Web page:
PSO offers three spring break trips to California
Tomorrow, 12 students will pile into a Puget Sound Outdoors (PSO) van at the crack of dawn to drive the 19 hours to Burlingame, Calif. From there, they will start a five-day backpacking trip in Death Valley National Park, the hottest and driest of all national parks in the United States. The craziest part about the experience is that for two nights of the trip, the campers will separate to adventure completely alone.
This spring break, PSO will embark upon three trips. The Death Valley trip focuses on giving students an opportunity to experience both doing a “solo” trip and seeing the beautiful, stark desert landscape of Death Valley. Another trip will drive down to the canyon lands of Moab, Utah, or if weather makes Moab impossible, they will stop in the rock climbing mecca of Joshua Tree, Calif. Finally, a third trip will be backpacking the Lost Coast of Calif., an area known for stunning emerald cliff sides and unpredictably rainy weather.
This is the first time in recent memory that PSO has sent out three trips over spring break. Last year’s spring break trip, which went to Yosemite and the coastal Redwoods, filled up the first day sign-ups were posted. This past year the club has seen an increase in popularity and has in turn increased the amount of trips it sends out on weekends.
The Death Valley trip has also been eagerly anticipated and all the spots were filled within the first two hours of sign-up. It attracted a diverse group of students, ranging from student PSO coordinator and experienced trip leader Anna Houston to freshmen like Carlo Balleria, whose first and only backpacking experience was Passages. (Full disclosure—Carlo is my brother.)
Junior Alex Brush, who is leading the trip with senior Jennie Noreen, says that all of the participants are both experienced enough or physically fit enough to survive two days alone. Both of the leaders have been certified with Outdoor Leadership Experience.
As Houston explained, PSO trips are usually proposed by student members of PSO. “PSO is almost completely student-run. We are very leader-initiated, and trips happen when leaders come with their own proposals and ideas and work with our trip coordinators to make it happen. We’re a very unique program in that way,” Houston said.
Justin Canny, the Assistant Director of Student Activities for Outdoor Programs, believes that it is more important that trips are generated by the students themselves.
“Most of our trips come from the impetus of the leaders, because what they generate is often better than what I can come up with,” said Canny.
In addition, these spring break trips are meant to provide activities for a range outdoor experience levels. In the process, the leaders are able to gain more knowledge about how to lead certain types of trips.
“It’s a benefit for the leader to learn about how to do a longer trip. After all, planning for five to six days gives you the experience to do a twenty-day trip,” said Canny.
Brush was inspired to propose this trip to PSO because it mirrors his high school’s graduation ritual, participation in a program called Vision Quest. Graduates of Brush’s high school could elect to spend three days fasting in the wilderness and on the fourth day, return to civilization to receive their diplomas. The experience was extremely meaningful for Brush and he hopes this trip will provide other students a similar opportunity.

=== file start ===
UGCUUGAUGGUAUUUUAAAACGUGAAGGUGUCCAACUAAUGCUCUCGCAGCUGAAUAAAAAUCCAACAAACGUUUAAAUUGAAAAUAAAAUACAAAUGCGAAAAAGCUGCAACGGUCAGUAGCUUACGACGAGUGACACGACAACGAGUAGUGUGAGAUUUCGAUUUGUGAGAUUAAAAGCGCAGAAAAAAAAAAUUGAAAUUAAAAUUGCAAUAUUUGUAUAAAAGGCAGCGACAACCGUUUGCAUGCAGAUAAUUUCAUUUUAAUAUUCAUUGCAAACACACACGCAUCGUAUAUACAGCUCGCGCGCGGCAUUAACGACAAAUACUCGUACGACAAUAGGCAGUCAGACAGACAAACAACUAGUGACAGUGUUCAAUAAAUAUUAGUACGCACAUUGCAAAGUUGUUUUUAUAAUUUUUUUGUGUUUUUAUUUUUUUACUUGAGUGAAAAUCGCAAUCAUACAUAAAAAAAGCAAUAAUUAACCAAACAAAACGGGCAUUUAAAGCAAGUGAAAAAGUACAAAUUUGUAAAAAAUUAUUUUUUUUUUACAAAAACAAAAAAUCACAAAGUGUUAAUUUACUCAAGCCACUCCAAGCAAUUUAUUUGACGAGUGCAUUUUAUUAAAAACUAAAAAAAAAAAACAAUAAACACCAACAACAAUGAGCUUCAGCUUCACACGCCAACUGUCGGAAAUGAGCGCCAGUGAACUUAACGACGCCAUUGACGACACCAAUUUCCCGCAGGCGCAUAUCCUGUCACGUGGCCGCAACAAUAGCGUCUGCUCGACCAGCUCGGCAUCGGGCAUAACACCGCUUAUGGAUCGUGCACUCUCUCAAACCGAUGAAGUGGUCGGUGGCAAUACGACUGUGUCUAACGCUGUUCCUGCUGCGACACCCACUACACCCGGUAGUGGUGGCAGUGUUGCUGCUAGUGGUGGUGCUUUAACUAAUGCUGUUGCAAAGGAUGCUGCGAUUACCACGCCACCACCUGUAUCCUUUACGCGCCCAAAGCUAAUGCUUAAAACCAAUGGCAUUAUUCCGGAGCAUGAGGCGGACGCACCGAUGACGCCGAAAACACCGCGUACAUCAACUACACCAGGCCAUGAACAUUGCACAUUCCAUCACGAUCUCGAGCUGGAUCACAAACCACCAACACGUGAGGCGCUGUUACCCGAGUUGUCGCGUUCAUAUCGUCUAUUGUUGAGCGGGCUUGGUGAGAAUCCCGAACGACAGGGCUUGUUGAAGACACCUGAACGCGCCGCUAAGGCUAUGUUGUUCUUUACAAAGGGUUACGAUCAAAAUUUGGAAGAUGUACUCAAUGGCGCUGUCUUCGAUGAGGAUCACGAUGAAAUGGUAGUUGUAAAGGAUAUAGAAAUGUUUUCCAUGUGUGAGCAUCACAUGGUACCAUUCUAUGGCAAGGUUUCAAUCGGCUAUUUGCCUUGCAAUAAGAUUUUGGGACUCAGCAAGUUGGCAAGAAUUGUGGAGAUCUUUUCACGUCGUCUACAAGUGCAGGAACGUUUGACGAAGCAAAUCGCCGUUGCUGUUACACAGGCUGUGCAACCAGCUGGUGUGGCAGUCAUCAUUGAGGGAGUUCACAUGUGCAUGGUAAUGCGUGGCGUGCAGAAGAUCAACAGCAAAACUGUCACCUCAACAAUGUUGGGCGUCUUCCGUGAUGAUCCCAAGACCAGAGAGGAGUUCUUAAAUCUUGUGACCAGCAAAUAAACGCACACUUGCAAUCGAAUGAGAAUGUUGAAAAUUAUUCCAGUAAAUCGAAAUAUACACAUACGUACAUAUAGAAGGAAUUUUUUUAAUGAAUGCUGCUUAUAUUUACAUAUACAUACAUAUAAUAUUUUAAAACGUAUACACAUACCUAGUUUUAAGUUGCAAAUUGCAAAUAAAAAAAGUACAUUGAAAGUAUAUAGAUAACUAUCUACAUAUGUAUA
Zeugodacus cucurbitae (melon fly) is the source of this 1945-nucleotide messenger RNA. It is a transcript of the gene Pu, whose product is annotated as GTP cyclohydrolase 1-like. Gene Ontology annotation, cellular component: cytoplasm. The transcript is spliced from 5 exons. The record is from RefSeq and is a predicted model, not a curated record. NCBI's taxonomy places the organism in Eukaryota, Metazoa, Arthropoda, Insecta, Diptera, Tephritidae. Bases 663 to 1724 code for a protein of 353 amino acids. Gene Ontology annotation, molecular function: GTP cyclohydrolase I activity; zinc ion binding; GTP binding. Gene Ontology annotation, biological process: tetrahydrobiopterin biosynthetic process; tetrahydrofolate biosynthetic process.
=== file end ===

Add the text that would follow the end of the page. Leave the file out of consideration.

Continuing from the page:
“Soloing is a unique experience for a college student or really anyone who is falling into a routine. It’s a time of self-reflection and truly living in the moment,” said Brush.
There are many safeguards in place to make sure the trip does not go afoul. Campers will have a set area to spend their solo time within and there is a low-tech communication system set-up between the leaders and the participants. Each day the participants will create a new design in their pile of rocks to signal their continued existence.
For Houston, this is one of many PSO trips she has either been on or led, but she sees the chance to go off on her own as being unique.
“I’ve always wanted to do a solo trip and this seemed like a good introduction. Since I’m graduating in May I am looking forward to almost being forced to reflect on my past four years here. If I didn’t go on this trip I don’t know if I would find the time or take the time to appreciate the past four years. Plus I’m hoping to befriend a javelina.” Houston said.
For trip leader Noreen, she says was attracted both to the opportunity to spend time reflecting and to spend time in Death Valley. Her enthusiasm for the desert landscape is contagious.
“I am most excited to see sand dunes, hike in a new place and to get out of the rain and into the sun! Oh, and there are also supposedly rocks that move across the mud when the dirt gets wet and it is windy, because there is just enough friction in the mud to make them slide—you can find photos of crazy rock trails on the flat expanses of cracked mud. It looks pretty cool. I hope we see that too,” said Noreen.
Balleria says he was struck by an urge to get outdoors. His only previous experience had been doing backpacking with Passages, and so he feels some trepidation about snakes, sunburns and carrying three gallons of water. As for being alone for two days, however, he seems unfazed.
“The leaders put a lot of emphasis on the mental tax of it, but I’m not too worried because I’m a bit of an introvert so being alone doesn’t bother me. I’m planning on reflecting about how the first three-quarters of the year have gone, what I can do differently and what I want for the rest of my college career,” said Balleria.
Brush says that he looks forward most to the morning that all the hikers come back from their solos.
“They’ll be sun burnt and tired, but I can’t wait to see everyone sit in a circle and talk about what happened out there,” said Brush.